Mountain Flying: Experience and Training is EssentialMountain flying is exhilarating, exciting, and challenging. It can open up new flying opportunities, but you need training, experience, and careful preparation to safely navigate those lofty peaks and spectacular scenery.Your training should begin with a quality mountain flying course that includes adequate mountain ground and flight training. You have a narrow window of safety when flying around mountains so youll need the experience and knowledge gained from a recognized training program. After your training is complete, and before your first flight, make sure you perform a mountain checkout with a qualified mountain flight instructor.Mountain flying, even more so than flight in the flatlands, is very unforgiving of poor training and poor planning. Its essential that you learn how to carefully prepare for the rigors and potential pitfalls of a mountain flight. Knowing the conditions is essential. The combination of weather and the surrounding terrain can cause dangerous wind, severe turbulence, and other conditions that may create serious challenges for a small GA aircraft. So, its important to use every available clue about the weather and terrain.Even experienced mountain pilots may not be familiar with the way local conditions and terrain may affect an aircrafts performance. While enjoying the views at a high-density altitude, you can quickly become surprised by your aircrafts changing performance. The pressure altitude, corrected for temperature, will make your airplane perform as if it is at a higher altitude. This change can have an adverse impact on your aircrafts performance.Here are the skills youll need:Knowledge of your airplanes performance, including how your aircraft will perform in all weather conditions and at high altitudes. Youll need to review takeoff, climb, landing, cold starts, hot starts, and stalls, among other performance characteristics. Make sure you take conditions into consideration, and are leaning the engine correctly for optimum power. Your planes condition and performance is essential to your survival.Flying skills. Do you have the skills needed to operate in extreme conditions, make decisions quickly and calmly, and fly in all types of weather?Do you have a Plan B? This is critical when flying a GA aircraft in the mountains. You should have an alternative route to get you out of trouble, or the option of delaying your return to home base.Survival. Are you experienced in personal survival techniques? Bitterly cold temperatures, high winds and other factors can land you in a position that you werent originally counting on. Be sure to pack specialized emergency and survival equipment on board. Youll want to include personal locator beacons, in addition to a 406 emergency local transmitter.Mountain flying is demanding so you should carefully consider your experience and background before beginning a flight into mountainous terrain.Checklist:Are you fully knowledgeable about your capabilities and those of your aircraft?Have you taken a specialized training course and worked with your flight instructor?Are you aware that while youre focused on a type of flying that has great rewards, it also has heightened risk?Those mountain views are beautiful, but theyre even more stunning when you can enjoy them safely.The Federal Aviation Administration (FAA) and the general aviation (GA) communitys national #FlySafe campaign is designed to educate GA pilots about the best practices to calculate and predict aircraft performance and to operate within established aircraft limitations.Message from FAA Administrator Michael P. Huerta:The FAA and industry are working together to prevent Loss of Control (LOC) accidents and save lives. You can help make a difference by joining our #Fly Safe campaign. Every month on, we provide pilots with Loss of Control solutions developed by a team of experts some of which are already reducing risk. I hope you will join us in this effort and spread the word. Follow #FlySafe on Twitter, Facebook and Instagram. I know that we can reduce these accidents by working together as a community.What is Loss of Control?A LOC accident involves an unintended departure of an aircraft from controlled flight. LOC can happen when the aircraft enters a flight regime that is outside its normal flight envelope and quickly develops into a stall or spin. It can introduce an element of surprise for the pilot.More about Loss of ControlContributing factors may include:Poor judgment or aeronautical decision makingFailure to recognize an aerodynamic stall or spin and execute corrective actionIntentional failure to comply with regulationsFailure to maintain airspeedFailure to follow procedurePilot inexperience and proficiencyUse of prohibited or over-the-counter drugs, illegal drugs, or alcoholDid you know?In 2015, 384 people died in 238 general aviation accidents.Loss of Control was the number one cause of these accidents.Loss of Control happens in all phases of flight.It can happen anywhere and at any time.There is one fatal accident involving Loss of Control every four days.Learn more:Read Tips on Mountain Flying, by the FAA FAASTeam.This FAA Mountain Flying tip sheet has specific information designed to keep you safely in control of your aircraft.Have you read the Extreme Weather edition of the FAA Safety Briefing? Rocky Mountain High: The Zen of Mountain Flying is just one of the good articles in this May/June 2012 issue.Are you a practical type? If so, youll appreciate the Top Ten Practical Considerations for Mountain Flying on AvWeb.This NTSB Safety Alert has lessons learned information that can be critical to your safety.TheFAASafety.govwebsite has Notices, FAAST Blasts, online courses, webinars and more on key general aviation safety topics.Check out GA Safety Enhancements fact sheets on the mainFAA Safety Briefingwebsite, including Flight Risk Assessment Tools.TheWINGS Pilot Proficiency Programhelps pilots build an educational curriculum suitable for their unique flight requirements. It is based on the premise that pilots who maintain currency and proficiency in the basics of flight will enjoy a safer and more stress-free flying experience.TheGeneral Aviation Joint Steering Committee (GAJSC)is comprised of government and industry experts who work together to use data to identify risk, pinpoint trends through root cause analysis, and develop safety strategies to reduce the risk of GA accidents. The GAJSC combines the expertise of many key decision makers in the FAA, several government agencies such as the National Aeronautics and Space Administration, and stakeholder groups. Industry participants include the Aircraft Owners and Pilots Association, Experimental Aircraft Association, General Aviation Manufacturers Association, Light Aircraft Manufacturers Association, National Business Aviation Association, National Air Transportation Association, National Association of Flight Instructors, Society of Aviation and Flight Educators, and the aviation insurance industry. The National Transportation Safety Board and the European Aviation Safety Agency participate as observers.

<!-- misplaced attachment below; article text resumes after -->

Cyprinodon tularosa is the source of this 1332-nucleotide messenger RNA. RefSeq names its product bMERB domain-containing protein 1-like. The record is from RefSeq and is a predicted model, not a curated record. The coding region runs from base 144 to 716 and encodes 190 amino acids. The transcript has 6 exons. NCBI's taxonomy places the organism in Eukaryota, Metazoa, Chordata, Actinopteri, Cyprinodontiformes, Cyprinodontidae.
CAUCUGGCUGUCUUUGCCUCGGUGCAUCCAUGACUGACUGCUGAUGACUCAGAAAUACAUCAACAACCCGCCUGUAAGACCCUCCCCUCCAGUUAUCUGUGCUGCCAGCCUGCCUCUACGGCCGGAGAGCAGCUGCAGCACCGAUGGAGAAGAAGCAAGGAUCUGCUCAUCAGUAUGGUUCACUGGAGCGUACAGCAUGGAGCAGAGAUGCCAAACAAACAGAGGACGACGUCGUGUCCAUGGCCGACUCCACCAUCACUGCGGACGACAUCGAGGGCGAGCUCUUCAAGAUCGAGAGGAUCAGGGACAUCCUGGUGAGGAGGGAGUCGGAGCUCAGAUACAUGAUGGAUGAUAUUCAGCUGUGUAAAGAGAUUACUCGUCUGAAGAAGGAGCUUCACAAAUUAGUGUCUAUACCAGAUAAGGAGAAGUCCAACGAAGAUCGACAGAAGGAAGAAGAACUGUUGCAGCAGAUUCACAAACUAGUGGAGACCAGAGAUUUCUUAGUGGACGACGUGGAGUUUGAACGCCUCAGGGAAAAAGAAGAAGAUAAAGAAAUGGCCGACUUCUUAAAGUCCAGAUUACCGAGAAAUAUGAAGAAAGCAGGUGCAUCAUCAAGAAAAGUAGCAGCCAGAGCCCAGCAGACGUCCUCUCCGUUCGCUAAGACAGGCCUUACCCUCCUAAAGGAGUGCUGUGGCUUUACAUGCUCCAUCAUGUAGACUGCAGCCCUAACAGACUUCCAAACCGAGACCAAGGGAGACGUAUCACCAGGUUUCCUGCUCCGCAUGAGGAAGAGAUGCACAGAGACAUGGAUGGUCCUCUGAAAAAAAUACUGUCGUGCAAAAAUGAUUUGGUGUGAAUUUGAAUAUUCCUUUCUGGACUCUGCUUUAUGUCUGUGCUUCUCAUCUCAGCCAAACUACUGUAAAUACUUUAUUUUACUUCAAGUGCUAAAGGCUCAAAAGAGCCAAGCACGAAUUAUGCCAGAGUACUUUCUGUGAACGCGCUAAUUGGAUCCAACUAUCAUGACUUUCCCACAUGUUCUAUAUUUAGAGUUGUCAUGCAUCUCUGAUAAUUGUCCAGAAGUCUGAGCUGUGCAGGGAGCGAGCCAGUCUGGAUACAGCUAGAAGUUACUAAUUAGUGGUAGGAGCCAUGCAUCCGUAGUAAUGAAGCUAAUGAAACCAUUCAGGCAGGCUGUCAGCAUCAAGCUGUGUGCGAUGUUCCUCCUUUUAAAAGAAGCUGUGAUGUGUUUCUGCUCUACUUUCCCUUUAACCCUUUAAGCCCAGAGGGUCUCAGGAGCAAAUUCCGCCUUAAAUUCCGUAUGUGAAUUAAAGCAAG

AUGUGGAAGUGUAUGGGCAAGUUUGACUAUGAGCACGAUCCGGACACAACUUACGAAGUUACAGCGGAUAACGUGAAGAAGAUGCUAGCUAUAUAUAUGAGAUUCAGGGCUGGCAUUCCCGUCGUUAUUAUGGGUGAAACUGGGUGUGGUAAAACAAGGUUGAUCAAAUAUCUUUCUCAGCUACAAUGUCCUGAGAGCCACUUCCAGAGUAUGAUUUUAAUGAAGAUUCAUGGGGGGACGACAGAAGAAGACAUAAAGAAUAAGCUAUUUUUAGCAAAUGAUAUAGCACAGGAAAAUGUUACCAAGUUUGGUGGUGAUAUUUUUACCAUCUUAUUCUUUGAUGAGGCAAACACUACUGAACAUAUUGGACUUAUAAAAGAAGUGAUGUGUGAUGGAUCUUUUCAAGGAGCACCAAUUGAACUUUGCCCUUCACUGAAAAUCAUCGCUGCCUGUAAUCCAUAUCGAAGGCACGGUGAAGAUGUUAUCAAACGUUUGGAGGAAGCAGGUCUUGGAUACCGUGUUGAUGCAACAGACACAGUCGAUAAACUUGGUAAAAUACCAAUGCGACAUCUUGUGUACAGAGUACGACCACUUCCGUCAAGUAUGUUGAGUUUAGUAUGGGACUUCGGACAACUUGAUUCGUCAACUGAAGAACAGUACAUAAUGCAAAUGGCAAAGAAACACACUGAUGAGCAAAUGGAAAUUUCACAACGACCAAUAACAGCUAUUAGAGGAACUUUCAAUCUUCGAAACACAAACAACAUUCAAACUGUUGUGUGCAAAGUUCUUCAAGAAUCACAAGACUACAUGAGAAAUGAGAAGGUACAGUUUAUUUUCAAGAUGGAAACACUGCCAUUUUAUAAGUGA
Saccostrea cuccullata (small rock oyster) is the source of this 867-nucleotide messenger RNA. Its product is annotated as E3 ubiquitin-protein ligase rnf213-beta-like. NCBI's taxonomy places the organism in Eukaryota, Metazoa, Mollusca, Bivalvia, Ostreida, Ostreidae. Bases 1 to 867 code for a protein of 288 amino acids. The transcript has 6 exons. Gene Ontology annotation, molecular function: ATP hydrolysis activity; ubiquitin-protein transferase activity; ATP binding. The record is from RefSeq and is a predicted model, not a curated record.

Upcoming Events

2017 UK TB Gathering Popham, UK May 27-29, 2017
2017 European Social Weekend Gloucestershire (EGBJ) Jun 9-11, 2017